Yes, friends, it is that mystical day, the eleventh day of the eleventh month of the eleventh year of the century. (Technically, only the tenth, but whatever.) Several among you took to the Twitters to note the eleventh minute of the eleventh hour. The more historic-minded reminded us that today is the anniversary of the end of the War that Was Supposed to End All Wars, which has since morphed into a day to honor all the men and women who served our country during the wars that followed. For a small subset of you, it is a day of celebration: The 111111 Grandest Meeting of the Corduroy Appreciation Club.
All of these things are worth honoring. But Daily RFT wants to take you back to the last 11/11/11, November 11, 1911, when Missouri experienced one of the biggest temperature drops in recorded American weather history.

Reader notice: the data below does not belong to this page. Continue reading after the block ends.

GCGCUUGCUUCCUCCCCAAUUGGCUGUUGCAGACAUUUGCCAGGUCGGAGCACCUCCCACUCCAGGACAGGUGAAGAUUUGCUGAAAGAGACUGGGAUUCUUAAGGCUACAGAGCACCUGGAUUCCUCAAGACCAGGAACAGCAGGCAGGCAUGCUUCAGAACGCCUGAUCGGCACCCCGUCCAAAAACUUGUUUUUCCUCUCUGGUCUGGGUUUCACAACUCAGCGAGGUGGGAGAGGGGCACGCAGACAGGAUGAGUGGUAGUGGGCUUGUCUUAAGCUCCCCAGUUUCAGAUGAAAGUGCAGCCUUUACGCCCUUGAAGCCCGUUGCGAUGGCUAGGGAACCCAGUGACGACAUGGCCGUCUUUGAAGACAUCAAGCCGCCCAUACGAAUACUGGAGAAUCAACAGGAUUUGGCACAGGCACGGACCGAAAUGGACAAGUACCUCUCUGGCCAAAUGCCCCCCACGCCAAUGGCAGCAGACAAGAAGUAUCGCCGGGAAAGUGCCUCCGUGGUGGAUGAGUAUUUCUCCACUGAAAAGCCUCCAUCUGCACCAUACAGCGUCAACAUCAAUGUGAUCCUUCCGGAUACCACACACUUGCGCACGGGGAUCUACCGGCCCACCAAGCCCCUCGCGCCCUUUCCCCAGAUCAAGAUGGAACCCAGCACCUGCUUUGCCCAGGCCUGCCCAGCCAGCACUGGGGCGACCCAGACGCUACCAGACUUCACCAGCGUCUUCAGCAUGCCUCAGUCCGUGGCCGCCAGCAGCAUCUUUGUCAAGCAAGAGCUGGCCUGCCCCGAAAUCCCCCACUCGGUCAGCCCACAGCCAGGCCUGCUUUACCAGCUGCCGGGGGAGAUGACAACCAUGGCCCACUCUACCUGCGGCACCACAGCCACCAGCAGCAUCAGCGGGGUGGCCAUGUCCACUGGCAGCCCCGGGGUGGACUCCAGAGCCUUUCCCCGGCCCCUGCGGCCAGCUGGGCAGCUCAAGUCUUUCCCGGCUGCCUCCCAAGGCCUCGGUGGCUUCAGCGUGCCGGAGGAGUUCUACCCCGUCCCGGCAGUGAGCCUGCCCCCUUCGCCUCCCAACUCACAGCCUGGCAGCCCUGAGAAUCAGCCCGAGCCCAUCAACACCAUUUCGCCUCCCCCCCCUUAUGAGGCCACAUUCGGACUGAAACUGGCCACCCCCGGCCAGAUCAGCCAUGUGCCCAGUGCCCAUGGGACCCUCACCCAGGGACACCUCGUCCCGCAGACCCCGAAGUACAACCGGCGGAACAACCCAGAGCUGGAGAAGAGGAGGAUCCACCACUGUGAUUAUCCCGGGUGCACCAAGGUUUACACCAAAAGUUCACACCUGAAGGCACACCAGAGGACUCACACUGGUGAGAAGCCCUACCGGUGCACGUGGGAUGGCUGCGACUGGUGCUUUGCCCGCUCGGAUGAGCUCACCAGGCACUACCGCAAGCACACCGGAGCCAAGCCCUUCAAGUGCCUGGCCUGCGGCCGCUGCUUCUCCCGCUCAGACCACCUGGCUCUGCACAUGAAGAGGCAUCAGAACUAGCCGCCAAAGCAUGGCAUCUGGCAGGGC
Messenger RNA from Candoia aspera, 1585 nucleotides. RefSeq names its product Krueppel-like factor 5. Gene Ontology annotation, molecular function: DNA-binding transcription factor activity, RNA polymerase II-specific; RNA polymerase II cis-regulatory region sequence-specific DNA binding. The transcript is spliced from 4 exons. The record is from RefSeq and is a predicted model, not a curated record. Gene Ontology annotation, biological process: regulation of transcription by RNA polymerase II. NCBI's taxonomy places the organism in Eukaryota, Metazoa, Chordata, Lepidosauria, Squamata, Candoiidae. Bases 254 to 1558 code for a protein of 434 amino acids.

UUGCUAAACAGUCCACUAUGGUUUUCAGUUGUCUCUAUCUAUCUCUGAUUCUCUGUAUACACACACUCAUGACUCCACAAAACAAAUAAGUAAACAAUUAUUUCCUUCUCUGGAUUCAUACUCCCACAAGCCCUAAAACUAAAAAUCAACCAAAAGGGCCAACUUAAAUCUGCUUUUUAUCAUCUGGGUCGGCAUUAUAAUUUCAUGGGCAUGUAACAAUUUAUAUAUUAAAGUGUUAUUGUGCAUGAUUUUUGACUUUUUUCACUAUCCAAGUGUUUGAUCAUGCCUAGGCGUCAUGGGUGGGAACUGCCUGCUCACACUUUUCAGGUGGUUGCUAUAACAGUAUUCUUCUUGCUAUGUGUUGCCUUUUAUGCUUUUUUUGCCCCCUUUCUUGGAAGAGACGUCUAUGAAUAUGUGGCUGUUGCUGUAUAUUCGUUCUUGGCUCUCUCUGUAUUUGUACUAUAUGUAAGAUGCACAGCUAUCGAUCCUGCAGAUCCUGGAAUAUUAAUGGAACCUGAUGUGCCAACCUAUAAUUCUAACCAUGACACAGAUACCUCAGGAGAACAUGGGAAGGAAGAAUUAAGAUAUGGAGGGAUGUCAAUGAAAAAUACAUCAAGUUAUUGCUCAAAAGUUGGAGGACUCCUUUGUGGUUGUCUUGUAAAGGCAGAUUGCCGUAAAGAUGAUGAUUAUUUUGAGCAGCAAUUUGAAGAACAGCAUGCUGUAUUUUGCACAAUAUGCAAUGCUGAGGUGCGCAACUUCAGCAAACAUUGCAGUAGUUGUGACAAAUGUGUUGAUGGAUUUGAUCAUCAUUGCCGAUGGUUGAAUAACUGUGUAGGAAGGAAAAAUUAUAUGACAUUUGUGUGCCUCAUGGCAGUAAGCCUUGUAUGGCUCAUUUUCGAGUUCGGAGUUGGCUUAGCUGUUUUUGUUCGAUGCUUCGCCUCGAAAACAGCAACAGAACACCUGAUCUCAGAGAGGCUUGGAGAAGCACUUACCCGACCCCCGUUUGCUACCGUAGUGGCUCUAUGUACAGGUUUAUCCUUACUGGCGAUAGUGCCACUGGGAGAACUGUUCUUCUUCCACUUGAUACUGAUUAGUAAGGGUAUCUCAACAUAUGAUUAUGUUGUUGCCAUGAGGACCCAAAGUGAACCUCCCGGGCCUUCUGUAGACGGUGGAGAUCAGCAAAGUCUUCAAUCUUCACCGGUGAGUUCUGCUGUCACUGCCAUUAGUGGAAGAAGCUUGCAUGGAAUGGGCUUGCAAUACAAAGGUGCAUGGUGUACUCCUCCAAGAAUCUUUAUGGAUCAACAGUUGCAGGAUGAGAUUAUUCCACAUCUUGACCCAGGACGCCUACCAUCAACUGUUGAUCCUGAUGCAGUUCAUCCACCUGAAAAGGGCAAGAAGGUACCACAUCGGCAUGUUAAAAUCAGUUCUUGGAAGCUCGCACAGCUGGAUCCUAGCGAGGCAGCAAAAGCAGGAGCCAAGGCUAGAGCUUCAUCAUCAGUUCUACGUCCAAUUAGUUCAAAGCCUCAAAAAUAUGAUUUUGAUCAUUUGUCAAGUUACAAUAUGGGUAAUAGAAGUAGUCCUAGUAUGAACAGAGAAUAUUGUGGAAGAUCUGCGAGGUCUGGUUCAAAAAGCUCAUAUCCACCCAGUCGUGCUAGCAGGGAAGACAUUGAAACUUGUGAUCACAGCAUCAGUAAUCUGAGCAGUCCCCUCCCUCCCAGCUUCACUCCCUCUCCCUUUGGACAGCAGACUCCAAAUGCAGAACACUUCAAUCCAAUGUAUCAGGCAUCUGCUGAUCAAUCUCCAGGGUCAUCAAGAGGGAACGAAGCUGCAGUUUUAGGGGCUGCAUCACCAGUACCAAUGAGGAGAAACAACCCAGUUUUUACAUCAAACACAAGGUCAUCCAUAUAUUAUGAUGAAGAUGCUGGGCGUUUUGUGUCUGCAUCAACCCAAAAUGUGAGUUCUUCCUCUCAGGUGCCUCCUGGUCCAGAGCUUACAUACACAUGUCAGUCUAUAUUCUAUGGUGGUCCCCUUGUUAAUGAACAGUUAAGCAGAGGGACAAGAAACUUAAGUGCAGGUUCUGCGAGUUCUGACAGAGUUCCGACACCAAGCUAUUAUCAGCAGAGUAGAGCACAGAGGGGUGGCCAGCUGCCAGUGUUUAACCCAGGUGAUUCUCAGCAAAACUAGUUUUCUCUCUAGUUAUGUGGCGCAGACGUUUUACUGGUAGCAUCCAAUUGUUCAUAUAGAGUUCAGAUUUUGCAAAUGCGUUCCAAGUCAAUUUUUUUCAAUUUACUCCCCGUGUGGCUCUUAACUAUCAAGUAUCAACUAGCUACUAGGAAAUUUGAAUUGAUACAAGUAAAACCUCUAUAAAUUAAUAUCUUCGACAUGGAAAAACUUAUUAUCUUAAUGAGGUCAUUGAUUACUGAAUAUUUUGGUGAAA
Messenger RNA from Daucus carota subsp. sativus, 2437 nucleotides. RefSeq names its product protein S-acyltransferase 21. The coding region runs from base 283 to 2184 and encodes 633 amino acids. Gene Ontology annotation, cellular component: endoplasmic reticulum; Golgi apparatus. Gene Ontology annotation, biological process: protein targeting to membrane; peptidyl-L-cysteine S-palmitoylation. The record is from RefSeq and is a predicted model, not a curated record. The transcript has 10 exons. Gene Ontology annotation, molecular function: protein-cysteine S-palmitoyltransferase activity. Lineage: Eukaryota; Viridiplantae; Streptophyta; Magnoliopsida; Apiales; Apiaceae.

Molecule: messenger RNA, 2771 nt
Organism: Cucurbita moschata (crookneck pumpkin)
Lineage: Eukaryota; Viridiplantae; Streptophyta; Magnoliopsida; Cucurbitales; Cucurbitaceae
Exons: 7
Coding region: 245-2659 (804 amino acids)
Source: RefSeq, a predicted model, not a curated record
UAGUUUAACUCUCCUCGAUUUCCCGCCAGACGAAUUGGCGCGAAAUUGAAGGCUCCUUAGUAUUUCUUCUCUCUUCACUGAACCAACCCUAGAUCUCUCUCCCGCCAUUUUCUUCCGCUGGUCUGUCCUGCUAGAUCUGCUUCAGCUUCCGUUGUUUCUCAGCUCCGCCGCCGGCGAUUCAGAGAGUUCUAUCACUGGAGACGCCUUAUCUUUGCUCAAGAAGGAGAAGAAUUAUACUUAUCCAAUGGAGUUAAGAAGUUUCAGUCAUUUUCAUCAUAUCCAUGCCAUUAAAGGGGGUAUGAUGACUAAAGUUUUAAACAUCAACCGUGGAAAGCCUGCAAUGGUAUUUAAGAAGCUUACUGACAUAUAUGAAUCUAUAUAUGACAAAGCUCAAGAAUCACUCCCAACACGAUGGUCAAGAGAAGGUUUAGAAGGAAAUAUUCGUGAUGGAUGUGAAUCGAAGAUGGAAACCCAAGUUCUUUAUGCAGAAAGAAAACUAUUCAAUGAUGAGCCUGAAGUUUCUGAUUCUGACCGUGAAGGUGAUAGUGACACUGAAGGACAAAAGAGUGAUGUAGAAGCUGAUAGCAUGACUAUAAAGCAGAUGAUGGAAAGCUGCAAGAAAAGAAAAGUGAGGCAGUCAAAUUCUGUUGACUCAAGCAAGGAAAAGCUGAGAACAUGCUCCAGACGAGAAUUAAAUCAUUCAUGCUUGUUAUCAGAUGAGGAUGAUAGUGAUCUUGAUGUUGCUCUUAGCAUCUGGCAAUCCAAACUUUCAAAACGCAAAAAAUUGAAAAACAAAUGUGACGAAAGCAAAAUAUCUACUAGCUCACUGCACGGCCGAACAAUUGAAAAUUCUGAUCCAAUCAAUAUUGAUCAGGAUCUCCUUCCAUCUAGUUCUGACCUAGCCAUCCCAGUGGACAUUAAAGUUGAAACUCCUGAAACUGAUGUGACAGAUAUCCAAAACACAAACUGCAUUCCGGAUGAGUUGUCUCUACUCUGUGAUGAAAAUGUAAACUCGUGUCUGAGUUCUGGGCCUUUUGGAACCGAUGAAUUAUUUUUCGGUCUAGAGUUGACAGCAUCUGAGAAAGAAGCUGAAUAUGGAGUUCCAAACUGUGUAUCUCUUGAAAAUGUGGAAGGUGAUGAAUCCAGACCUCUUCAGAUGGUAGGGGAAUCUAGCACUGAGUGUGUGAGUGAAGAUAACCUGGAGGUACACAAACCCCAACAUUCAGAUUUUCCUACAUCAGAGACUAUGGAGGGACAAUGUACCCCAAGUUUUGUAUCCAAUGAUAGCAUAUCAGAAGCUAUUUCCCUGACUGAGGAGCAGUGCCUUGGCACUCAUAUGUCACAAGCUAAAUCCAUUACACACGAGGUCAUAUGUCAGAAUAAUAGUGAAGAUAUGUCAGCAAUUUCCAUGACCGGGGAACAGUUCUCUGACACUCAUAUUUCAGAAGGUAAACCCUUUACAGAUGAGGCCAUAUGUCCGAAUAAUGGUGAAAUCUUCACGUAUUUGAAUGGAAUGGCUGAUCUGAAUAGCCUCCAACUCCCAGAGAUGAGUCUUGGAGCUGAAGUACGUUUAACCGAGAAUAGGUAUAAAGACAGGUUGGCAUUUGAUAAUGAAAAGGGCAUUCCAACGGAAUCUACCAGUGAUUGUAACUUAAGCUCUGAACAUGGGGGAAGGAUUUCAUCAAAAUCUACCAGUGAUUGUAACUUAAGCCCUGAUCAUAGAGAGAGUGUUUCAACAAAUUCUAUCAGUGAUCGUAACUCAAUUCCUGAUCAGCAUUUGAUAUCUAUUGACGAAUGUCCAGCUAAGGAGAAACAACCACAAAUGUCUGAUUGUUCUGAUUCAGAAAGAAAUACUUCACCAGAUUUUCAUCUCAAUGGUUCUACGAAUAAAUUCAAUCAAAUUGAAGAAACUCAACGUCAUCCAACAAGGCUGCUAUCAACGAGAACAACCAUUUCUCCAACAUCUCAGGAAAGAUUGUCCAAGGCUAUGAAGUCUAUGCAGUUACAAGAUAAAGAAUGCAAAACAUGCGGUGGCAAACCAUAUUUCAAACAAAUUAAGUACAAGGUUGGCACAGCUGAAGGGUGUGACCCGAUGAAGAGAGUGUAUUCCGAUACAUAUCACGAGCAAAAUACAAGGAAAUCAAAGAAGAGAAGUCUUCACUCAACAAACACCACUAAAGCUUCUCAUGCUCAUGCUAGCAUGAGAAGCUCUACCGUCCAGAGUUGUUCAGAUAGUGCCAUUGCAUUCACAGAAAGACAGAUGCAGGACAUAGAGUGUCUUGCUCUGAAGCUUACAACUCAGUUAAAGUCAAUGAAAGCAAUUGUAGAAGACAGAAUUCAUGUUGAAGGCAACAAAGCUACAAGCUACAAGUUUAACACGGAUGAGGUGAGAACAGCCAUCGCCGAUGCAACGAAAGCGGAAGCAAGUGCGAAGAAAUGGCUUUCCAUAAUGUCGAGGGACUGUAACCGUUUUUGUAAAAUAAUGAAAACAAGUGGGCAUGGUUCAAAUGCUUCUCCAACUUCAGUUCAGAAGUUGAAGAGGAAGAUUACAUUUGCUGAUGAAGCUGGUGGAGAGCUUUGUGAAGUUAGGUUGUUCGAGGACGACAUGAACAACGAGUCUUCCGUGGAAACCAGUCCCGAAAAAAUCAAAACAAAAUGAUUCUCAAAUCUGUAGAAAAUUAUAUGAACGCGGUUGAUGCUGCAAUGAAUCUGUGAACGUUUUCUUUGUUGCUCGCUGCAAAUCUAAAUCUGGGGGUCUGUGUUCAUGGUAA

At 2 p.m. that day, just before the cold front swept in, it was 78 degrees in St. Louis and 82 in Columbia, a record high for that day. By 7 p.m., most of the state reported freezing temperatures. Some areas reported 30-degree temperature drops in the span of 10 minutes.
On November 12, St. Louis posted a temperature of 18 degrees, while in Columbia it was 13, another record. A weather observer at Saint Louis University reported that one St. Louisan died from the heat on the eleventh, while another froze to death the following day.
If that wasn't bad enough, the cold front blew in with thunderstorms and hail, which turned into sleet and snow, piling up as deep as two inches in some areas. Reported one observer: "Church steeple in St. Charles was blown down, several homes unroofed, and trees broken off. One windmill twisted off in county about 2 1/2 miles west of St. Charles."
"On the 11th dandelions were blooming and yellow butterflies fluttering about," lamented the SLU observer.
Then, as the Post-Dispatch reported (somewhat dramatically) the next day: "The the soft orchestral symphony of the wind swelled into a trumpet blast and the lamb was transformed into a lion."
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